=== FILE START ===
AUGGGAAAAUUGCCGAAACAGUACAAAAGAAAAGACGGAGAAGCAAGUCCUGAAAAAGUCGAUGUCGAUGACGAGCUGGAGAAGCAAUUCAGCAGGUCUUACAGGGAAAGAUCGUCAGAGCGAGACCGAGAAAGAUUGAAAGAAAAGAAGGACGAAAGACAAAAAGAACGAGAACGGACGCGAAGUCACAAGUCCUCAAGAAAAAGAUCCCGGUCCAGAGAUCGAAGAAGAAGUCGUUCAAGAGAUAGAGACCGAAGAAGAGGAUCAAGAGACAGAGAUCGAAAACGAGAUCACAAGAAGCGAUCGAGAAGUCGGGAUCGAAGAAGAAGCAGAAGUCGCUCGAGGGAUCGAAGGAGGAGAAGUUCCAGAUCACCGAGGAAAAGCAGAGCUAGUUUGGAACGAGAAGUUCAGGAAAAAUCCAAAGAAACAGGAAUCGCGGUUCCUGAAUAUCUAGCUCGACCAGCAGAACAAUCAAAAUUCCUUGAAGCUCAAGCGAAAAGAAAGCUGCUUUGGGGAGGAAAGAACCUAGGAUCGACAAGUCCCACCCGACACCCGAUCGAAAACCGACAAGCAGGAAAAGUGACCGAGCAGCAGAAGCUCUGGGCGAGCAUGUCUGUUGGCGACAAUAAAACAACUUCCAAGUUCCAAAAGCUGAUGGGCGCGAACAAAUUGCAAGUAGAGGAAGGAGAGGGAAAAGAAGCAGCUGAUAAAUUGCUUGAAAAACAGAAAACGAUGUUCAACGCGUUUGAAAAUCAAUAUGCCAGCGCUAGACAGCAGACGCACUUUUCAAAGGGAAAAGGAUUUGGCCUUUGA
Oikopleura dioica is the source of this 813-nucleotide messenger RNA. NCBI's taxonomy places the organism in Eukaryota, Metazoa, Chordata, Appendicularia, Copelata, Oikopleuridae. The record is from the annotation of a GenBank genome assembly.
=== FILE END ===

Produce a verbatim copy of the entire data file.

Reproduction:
AUGGGAAAAUUGCCGAAACAGUACAAAAGAAAAGACGGAGAAGCAAGUCCUGAAAAAGUCGAUGUCGAUGACGAGCUGGAGAAGCAAUUCAGCAGGUCUUACAGGGAAAGAUCGUCAGAGCGAGACCGAGAAAGAUUGAAAGAAAAGAAGGACGAAAGACAAAAAGAACGAGAACGGACGCGAAGUCACAAGUCCUCAAGAAAAAGAUCCCGGUCCAGAGAUCGAAGAAGAAGUCGUUCAAGAGAUAGAGACCGAAGAAGAGGAUCAAGAGACAGAGAUCGAAAACGAGAUCACAAGAAGCGAUCGAGAAGUCGGGAUCGAAGAAGAAGCAGAAGUCGCUCGAGGGAUCGAAGGAGGAGAAGUUCCAGAUCACCGAGGAAAAGCAGAGCUAGUUUGGAACGAGAAGUUCAGGAAAAAUCCAAAGAAACAGGAAUCGCGGUUCCUGAAUAUCUAGCUCGACCAGCAGAACAAUCAAAAUUCCUUGAAGCUCAAGCGAAAAGAAAGCUGCUUUGGGGAGGAAAGAACCUAGGAUCGACAAGUCCCACCCGACACCCGAUCGAAAACCGACAAGCAGGAAAAGUGACCGAGCAGCAGAAGCUCUGGGCGAGCAUGUCUGUUGGCGACAAUAAAACAACUUCCAAGUUCCAAAAGCUGAUGGGCGCGAACAAAUUGCAAGUAGAGGAAGGAGAGGGAAAAGAAGCAGCUGAUAAAUUGCUUGAAAAACAGAAAACGAUGUUCAACGCGUUUGAAAAUCAAUAUGCCAGCGCUAGACAGCAGACGCACUUUUCAAAGGGAAAAGGAUUUGGCCUUUGA
Oikopleura dioica is the source of this 813-nucleotide messenger RNA. NCBI's taxonomy places the organism in Eukaryota, Metazoa, Chordata, Appendicularia, Copelata, Oikopleuridae. The record is from the annotation of a GenBank genome assembly.